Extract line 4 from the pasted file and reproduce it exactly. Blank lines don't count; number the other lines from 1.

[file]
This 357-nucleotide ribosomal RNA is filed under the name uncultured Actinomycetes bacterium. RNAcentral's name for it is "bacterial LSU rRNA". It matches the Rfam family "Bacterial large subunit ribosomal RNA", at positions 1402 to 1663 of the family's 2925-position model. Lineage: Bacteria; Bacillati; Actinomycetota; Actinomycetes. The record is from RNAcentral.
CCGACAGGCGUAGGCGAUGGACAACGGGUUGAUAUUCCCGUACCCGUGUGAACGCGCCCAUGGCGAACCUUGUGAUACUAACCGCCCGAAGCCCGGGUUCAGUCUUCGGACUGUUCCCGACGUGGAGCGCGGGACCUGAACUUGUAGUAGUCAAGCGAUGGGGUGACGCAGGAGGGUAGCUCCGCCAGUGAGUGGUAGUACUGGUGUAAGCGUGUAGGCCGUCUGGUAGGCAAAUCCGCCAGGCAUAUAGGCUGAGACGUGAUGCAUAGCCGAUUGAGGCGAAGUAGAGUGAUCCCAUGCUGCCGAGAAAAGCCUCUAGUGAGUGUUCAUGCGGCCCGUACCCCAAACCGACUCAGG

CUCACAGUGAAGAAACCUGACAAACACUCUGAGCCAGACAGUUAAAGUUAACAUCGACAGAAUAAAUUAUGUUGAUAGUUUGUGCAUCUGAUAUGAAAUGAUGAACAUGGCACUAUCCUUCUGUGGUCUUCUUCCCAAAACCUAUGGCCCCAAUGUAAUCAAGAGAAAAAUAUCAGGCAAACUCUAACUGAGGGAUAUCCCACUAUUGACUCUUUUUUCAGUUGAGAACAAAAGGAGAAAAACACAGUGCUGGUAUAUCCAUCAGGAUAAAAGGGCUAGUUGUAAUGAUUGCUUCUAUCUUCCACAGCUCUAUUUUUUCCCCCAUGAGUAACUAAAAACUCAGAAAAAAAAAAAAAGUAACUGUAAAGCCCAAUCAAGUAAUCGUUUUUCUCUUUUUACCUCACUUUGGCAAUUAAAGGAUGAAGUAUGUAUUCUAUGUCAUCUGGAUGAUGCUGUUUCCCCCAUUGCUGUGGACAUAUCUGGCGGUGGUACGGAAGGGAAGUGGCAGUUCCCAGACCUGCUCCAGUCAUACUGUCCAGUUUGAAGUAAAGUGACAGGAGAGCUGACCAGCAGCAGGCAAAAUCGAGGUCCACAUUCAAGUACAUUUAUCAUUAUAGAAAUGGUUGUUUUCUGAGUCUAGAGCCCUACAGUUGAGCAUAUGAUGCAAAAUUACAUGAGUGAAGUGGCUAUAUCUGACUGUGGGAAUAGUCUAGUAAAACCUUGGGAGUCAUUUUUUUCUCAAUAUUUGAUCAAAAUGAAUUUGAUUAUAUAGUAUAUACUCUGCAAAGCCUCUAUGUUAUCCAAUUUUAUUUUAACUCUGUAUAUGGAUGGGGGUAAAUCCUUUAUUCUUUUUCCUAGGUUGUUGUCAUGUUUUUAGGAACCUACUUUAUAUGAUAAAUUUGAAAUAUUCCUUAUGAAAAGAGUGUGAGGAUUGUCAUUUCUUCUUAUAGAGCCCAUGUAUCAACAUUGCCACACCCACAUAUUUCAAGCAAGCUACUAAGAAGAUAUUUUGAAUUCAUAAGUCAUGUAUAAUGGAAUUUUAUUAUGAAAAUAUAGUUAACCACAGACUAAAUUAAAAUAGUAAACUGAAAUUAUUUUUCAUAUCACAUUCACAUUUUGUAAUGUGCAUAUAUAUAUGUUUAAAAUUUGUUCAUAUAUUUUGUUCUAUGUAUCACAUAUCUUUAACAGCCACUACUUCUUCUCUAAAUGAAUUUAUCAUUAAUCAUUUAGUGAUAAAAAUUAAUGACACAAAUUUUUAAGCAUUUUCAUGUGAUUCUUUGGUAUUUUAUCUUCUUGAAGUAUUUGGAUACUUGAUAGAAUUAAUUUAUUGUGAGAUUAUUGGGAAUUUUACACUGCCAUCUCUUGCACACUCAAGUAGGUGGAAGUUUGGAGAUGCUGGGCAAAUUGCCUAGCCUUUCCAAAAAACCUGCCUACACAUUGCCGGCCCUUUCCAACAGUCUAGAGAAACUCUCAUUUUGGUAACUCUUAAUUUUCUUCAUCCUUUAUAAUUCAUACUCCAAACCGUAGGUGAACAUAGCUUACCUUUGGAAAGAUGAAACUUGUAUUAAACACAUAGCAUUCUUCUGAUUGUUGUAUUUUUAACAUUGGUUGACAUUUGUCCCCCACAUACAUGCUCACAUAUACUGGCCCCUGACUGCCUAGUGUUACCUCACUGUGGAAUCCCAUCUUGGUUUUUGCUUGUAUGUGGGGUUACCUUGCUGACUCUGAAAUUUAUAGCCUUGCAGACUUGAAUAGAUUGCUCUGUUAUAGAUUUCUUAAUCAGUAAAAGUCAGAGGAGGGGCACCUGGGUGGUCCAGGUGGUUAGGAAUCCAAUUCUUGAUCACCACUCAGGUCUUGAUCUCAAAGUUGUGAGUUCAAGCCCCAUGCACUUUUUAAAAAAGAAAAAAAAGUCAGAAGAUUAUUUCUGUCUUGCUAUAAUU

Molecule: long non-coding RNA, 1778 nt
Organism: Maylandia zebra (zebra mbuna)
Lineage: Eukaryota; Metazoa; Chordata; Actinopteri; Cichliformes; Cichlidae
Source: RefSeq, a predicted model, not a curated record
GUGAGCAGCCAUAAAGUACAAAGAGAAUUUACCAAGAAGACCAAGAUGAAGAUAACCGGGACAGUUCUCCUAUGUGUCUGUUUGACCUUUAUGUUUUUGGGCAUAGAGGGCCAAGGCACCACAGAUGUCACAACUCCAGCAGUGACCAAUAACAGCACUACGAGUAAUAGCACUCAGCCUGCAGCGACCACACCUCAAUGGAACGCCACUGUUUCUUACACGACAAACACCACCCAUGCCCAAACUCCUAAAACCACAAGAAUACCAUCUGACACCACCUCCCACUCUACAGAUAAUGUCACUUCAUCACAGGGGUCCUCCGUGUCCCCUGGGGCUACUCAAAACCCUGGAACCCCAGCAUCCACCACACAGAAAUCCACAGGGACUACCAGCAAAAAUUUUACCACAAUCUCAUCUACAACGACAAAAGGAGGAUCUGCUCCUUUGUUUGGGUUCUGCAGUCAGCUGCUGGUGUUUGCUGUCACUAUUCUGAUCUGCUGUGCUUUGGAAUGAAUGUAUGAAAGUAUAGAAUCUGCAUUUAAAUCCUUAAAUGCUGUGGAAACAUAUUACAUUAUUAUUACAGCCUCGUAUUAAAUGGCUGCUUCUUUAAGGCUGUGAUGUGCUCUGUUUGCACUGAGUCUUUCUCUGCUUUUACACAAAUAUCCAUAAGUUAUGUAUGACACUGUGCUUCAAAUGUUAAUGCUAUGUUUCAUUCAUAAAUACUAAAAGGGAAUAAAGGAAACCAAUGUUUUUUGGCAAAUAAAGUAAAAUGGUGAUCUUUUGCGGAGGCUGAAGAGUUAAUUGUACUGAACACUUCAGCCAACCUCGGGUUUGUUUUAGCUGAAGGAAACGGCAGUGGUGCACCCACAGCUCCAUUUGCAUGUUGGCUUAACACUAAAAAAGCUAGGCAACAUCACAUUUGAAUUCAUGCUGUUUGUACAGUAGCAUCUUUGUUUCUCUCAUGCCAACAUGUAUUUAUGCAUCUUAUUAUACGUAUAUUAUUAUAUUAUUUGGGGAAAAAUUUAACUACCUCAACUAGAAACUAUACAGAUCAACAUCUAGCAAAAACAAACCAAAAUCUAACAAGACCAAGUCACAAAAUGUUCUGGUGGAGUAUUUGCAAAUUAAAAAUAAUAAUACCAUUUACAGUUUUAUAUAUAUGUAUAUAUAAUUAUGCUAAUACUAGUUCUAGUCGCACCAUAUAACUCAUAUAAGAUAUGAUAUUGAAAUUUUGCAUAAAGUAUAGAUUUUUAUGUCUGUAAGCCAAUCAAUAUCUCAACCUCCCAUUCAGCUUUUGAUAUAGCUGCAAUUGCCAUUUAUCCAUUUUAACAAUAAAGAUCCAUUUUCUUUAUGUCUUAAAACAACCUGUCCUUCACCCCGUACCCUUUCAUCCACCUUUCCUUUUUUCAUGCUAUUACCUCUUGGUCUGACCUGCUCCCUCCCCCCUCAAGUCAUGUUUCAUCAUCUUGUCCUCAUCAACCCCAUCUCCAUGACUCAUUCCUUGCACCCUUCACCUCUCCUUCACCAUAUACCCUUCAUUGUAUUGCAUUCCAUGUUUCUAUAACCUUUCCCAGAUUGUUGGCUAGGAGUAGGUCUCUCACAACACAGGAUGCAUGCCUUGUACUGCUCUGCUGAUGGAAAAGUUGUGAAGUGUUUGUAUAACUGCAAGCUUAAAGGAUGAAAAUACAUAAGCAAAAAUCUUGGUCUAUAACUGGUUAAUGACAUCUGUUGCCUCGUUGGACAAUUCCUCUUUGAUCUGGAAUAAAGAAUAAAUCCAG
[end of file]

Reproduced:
Molecule: long non-coding RNA, 1778 nt